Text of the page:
This week, Pete Wells files a two star rave for Williamsburg's Gwynnett St., the new restaurant from wd~50 vet Justin Hilbert. He finds surprisingly polished service, and a menu of dishes that are complex, but always satisfying. On the lamb:
Across the table, two planks of brown-butter-roasted carrot lay alongside two strips of slow-cooked lamb breast, crisp and richly melting. The sauce was thick, saffron-colored yogurt that tasted of carrots. Crumbled rye toast with caraway and brown butter lent an Eastern European flavor. And what was that grassy herb? A sprig of carrot tops?Wells suggests that the dining room could use some better lighting and maybe a few softer touches, but ultimately, he deems Gwynnett St. to be a restaurant worth seeking out, if only for the food: "Mr. Hilbert’s style of cuisine is not yet common in this pocket of Williamsburg. In fact, cooking this sophisticated would be a find anywhere in New York." [NYT]
Like almost everything at Gwynnett St., that lamb breast is not as simple as it looks, but its complications work together to build a marvelous sense of harmony.
Adam Platt awards one star to Alison Eighteen, the new Flatiron restaurant from Alison Price Becker: "...if you’re pining for a neighborly place that offers the little touches that New Yorkers from another dining era used to take for granted when they dropped $100 on dinner out and a nice bottle of wine...you could do an awful lot worse." [NYM]
Meanwhile, Steve Cuozzo finds a comfortable room and solid food at Alison Eighteen: "Is New York ready for a grown-up restaurant? Alison Eighteen conjures Manhattan dining 15 years ago, before places with $35 entrees devolved into mosh pits. Co-owner and guiding spirit Alison Price Becker recaptures the civilized era pre-9/11, before downtown’s frozen zone doomed her romantic eatery, Alison on Dominick, near the Holland Tunnel." He gives it two stars. [ NYP]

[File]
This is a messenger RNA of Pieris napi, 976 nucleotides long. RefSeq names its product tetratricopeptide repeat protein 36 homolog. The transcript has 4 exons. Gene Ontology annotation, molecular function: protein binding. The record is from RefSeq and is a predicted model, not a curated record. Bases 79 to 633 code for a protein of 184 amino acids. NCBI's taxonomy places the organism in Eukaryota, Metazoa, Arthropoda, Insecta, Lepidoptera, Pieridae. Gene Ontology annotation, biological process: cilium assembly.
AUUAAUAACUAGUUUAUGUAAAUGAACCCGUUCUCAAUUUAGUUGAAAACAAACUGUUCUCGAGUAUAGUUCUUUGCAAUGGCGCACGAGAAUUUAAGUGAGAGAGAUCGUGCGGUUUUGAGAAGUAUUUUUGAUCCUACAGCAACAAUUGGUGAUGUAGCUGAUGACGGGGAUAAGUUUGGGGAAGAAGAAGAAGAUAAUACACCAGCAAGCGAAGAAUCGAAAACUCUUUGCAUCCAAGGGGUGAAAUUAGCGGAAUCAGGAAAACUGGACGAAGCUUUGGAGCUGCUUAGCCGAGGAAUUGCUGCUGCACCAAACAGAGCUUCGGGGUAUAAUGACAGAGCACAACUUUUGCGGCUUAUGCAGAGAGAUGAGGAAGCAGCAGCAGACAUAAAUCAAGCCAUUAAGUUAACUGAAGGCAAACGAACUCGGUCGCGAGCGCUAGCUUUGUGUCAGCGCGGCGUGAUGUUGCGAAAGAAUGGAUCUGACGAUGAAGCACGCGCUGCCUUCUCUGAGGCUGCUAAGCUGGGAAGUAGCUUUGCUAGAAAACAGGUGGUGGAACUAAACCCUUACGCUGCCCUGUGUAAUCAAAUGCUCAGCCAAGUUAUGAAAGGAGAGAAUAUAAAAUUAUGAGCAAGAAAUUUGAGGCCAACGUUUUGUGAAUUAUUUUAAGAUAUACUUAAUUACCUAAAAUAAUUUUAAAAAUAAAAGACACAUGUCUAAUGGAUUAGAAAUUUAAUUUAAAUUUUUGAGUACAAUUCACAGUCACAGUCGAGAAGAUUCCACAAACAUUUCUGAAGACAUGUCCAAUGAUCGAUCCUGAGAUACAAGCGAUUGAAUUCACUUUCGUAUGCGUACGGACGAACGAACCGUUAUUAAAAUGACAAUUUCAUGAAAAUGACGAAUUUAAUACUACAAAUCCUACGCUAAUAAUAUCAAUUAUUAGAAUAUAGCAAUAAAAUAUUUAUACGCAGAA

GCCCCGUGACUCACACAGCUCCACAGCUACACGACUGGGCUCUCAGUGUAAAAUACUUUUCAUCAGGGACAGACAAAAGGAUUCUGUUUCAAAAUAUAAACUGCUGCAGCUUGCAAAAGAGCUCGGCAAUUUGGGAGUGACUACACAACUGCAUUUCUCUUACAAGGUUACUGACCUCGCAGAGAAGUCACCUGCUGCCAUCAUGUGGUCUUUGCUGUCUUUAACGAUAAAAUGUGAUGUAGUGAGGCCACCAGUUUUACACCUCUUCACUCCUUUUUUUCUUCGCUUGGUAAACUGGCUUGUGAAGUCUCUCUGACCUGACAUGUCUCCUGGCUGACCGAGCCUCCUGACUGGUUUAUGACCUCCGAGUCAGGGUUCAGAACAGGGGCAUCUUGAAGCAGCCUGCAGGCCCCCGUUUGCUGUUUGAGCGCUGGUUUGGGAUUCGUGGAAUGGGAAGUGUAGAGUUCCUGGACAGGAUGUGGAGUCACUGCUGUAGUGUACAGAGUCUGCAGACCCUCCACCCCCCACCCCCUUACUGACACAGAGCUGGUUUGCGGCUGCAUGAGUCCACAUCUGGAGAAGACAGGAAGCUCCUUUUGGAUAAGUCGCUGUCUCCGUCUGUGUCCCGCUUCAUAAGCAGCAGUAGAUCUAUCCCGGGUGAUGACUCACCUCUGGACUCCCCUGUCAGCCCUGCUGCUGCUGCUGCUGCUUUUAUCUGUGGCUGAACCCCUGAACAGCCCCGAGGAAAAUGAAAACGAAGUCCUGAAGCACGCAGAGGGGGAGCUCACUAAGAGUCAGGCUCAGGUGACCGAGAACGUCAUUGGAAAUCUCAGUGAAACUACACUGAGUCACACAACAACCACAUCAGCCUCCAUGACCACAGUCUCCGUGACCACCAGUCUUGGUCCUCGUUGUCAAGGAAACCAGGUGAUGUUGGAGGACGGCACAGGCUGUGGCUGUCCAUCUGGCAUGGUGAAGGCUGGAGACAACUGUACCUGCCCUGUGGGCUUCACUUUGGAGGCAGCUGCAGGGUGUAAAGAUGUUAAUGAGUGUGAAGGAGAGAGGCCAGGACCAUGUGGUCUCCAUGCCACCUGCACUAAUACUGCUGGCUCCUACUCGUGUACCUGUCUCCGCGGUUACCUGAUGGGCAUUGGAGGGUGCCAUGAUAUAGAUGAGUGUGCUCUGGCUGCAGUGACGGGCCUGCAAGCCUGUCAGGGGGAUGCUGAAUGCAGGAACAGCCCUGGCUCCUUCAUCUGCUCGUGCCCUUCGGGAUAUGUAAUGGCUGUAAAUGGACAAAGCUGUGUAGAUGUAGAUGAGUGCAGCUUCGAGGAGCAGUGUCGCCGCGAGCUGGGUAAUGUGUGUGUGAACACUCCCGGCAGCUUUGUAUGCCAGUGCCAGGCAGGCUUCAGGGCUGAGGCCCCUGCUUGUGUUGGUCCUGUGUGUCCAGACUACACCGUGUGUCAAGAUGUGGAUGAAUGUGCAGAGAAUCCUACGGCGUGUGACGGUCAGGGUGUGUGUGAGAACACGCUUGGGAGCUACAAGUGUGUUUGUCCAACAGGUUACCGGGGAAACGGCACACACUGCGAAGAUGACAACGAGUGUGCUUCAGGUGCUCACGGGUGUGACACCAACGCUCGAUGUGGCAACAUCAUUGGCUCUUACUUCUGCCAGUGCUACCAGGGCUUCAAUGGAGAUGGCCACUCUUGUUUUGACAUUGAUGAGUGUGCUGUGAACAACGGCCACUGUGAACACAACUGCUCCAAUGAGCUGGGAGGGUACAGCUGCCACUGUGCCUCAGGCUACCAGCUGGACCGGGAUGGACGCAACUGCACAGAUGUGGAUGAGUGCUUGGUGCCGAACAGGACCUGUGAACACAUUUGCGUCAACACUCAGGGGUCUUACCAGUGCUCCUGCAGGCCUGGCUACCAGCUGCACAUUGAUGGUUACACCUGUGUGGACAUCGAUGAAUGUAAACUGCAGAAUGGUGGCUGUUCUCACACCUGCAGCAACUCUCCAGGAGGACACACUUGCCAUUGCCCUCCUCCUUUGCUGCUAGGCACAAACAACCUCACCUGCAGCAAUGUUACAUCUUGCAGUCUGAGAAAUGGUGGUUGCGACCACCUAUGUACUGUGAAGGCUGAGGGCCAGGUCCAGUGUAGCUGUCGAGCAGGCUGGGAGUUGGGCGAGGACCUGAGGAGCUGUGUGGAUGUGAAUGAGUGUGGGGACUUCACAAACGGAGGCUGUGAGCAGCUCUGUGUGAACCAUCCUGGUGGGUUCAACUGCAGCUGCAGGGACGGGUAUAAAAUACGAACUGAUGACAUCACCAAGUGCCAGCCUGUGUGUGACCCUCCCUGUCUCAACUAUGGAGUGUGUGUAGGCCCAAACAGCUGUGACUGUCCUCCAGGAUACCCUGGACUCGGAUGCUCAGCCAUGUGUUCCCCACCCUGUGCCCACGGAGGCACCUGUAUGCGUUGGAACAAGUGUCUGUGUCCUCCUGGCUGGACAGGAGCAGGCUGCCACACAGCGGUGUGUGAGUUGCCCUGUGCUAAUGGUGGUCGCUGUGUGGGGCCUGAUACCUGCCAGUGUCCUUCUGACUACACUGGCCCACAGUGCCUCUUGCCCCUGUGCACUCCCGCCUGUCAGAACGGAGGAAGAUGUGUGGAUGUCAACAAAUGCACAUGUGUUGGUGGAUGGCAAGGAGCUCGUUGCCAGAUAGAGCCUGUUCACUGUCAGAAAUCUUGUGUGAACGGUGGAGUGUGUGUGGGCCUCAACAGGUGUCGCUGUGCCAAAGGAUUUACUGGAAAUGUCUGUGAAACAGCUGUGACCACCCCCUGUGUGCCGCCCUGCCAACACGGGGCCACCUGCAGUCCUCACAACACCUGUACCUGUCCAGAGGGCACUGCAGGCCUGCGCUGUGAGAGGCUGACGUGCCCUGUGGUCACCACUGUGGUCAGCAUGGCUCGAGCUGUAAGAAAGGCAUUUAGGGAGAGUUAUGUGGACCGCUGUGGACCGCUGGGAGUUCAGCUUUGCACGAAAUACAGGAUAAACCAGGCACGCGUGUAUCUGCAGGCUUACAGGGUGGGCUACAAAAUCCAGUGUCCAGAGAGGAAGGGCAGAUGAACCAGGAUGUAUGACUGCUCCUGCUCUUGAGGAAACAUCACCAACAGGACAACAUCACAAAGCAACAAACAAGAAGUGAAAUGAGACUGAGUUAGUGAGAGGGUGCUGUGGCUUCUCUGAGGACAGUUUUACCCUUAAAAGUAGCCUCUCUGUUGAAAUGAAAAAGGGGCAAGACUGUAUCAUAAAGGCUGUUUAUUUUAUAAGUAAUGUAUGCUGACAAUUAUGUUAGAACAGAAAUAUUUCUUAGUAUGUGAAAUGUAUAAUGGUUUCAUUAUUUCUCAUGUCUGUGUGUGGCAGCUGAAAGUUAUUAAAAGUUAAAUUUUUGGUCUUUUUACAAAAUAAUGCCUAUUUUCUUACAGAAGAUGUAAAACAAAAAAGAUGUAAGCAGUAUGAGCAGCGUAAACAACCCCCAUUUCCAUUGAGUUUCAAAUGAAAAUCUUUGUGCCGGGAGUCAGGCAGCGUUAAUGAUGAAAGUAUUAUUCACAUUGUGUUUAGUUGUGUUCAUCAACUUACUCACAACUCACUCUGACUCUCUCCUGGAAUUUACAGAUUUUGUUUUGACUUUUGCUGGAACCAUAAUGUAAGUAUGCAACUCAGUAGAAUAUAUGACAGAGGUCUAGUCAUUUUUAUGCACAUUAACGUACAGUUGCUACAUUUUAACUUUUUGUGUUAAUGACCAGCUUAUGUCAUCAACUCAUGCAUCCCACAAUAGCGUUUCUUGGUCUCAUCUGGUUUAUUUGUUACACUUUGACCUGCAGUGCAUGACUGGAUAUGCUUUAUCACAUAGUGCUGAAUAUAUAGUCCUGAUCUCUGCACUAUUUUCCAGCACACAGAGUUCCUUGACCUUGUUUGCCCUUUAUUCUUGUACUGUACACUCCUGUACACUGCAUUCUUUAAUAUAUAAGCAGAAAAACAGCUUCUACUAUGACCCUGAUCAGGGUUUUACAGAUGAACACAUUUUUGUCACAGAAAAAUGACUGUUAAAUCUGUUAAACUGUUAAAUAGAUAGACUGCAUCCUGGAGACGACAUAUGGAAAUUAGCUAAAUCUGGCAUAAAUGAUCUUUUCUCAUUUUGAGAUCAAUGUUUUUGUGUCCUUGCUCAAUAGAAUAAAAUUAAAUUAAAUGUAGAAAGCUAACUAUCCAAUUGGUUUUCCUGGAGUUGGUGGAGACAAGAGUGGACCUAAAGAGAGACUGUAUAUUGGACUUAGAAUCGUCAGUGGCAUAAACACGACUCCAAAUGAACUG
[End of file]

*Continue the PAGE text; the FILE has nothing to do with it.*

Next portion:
Gael Greene is amused by the theatricality of Brasserie Pushkin, and finds some good dishes on the menu there: "The excess is amusing. I feel I might have been Russian in another life... I’ll be back for that crab salad. And perhaps the pelmeni in broth...With time, the kitchen might get humming. For now I’m enjoying the theater." [Insatiable Critic]
Ryan Sutton finds some winning dishes along with a few pricey flops at Danny Meyer's North End Grill: "Boredom occasionally threatens. Balsamic glazed salmon ($27) is like any other version circa 1989. Same goes for scallops and cauliflower ($30). But the chef sets things right with halibut ($29). Pine nuts, coriander, saffron and clam juice merge and the result is sublime." He deems the restaurant worthy of two and a half stars. [Bloomberg]
THE ELSEWHERE: Adeena Sussman of Manhattan magazine awards two stars to Alison Eighteen, Ligaya Mishan samples newfangled grilled cheese sandwiches around the city, Tables for Two loves chef Michael Berardino's meaty creations at The Cannibal, and Robert Sietsema finds good appetizers, a bad vibe, high prices, and entrees that don't work at The Brooklyn Wok Shop.
THE BLOGS: The bloggers from Immaculate Infatuation are not impressed with Bowery Diner, New York Journal finds that the new dining room makes Molyvos an agreeable place to sample classic Greek food, Chekmark Eats is blown away by the food at Red Farm, The Feisty Foodies has a blow-out small plates feast at Casellula, Serious Eats samples the cocktails at Ginny's Supper Club, NYC Foodie loves the classics at Gotham Bar & Grill, and Eatery Row encounters some hits and misses at David Burke at Bloomingdale's.